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Australia not on track for chronic disease targets due to lack of ‘tough policies’


Doug Hendrie


26/09/2018 2:14:20 PM

Australia is set to miss its 2030 goal to slash deaths from cancer and other chronic diseases, according to new analysis.

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A tax on sugary drinks is one the tough policies suggested by Cancer Council Australia Public Policy Director Paul Grogan.

The Federal Government must introduce ‘tough policies’ to tackle chronic diseases, the Cancer Council Australia said.
 
Cancer Council Australia Public Policy Director Paul Grogan said governments need to make strong decisions and tackle entrenched interests to have a shot at reducing death rates from chronic disease.
 
‘The targets are good, but action is lacking. Governments have to follow through with tough policies and evidence-based prioritisation of funding,’ he said.
 
Mr Grogan’s call comes after news that Australia, alongside more than half the world’s countries, is predicted to miss World Health Organization (WHO) 2030 targets on reducing premature deaths from chronic diseases like cancer, cardiovascular diseases and diabetes.
 
On present trends, Australia will hit the goal of a one-third reduction in these deaths after 2040 for women, while the male target is expected to be reached between 2031 and 2040, according to analysis published in The Lancet
 
As of 2016, Australian women aged between 30 and 70 have a 7.2% chance of dying from a chronic disease, while men have an 11% chance.
 
Overall, chronic disease mortality is decreasing in most countries. But the pace of that decline varies substantially.
 
One in 10 countries have seen death rates from these diseases hold steady or worsen. As of 2016, 12.5 million deaths of people between 30 and 70 were due to chronic disease.
 
Mr Grogan told newsGP the news is not a surprise. He said making progress on many chronic diseases would require governmental action, citing the impact of poor diet.
 
‘Nutrient-poor food that’s widely promoted like never before – that’s a matter governments can act on,’ he said.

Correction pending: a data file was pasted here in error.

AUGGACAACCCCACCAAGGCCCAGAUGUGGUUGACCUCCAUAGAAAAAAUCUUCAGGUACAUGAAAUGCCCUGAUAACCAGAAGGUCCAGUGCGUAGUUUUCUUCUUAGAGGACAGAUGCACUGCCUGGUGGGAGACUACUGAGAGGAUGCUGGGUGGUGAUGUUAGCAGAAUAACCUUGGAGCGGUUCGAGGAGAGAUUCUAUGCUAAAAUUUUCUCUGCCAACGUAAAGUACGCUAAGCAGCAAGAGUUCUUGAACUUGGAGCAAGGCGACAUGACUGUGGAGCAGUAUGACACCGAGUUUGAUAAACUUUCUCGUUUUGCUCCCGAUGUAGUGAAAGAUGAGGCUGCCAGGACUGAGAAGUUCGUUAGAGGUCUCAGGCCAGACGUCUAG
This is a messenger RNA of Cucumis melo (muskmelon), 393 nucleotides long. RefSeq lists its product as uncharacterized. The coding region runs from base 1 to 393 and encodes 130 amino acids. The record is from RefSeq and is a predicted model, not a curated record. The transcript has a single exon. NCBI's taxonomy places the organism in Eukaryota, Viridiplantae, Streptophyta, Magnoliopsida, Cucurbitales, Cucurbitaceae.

‘Sugary drinks are one of the starkest examples of a widely known product of no nutritional basis marketed to people at risk of other chronic diseases. It’s highly discretionary food, only consumed to the extent it is because of highly aggressive marketing.
 
‘These are difficult [situations], because [governments] have to take on large interests like the food and alcohol industry. They’re the ones that have the highest commercial vested interest in products that can have an adverse effect on population health.’
 
Australia has not introduced taxes on sugar, salt or saturated fats. On sugar, the Government is instead investigating better labelling of sugars on packaged food and drink.
 
Sugar taxes are emerging overseas as a popular way to reduce consumption and increase healthy lifespans. More than 20 countries have introduced a sugar tax, with Mexico’s annual soft drink consumption falling by 8% since its introduced a tax in 2014.
 
Modelling by University of Melbourne researchers last year found a sugar tax would give an average of 1.2 years of healthy life per 100 Australians, and save the country $3.4 billion in annual healthcare costs.
 
Mr Grogan said Australia is a world leader in tobacco control as a result of government action. Rapid reductions in cervical cancer are another highlight, with widespread Pap smear testing undertaken for decades before being superseded by HPV screening.
 
‘You can perform very well in one area and very poorly in another,’ he said. ‘We are performing very badly in high body mass and nutrition.
 
‘Chronic conditions are harder to deal with partly just because of their prevalence.
 
‘We have done better in recent decades in controlling infectious diseases. In previous generations, huge swathes were knocked out by infections that are comparatively well controlled now.
 
‘It’s a double-edged sword that, as life expectancy improves, so does the burden of chronic disease.’



chronic disease non-communicable disease sugar tax





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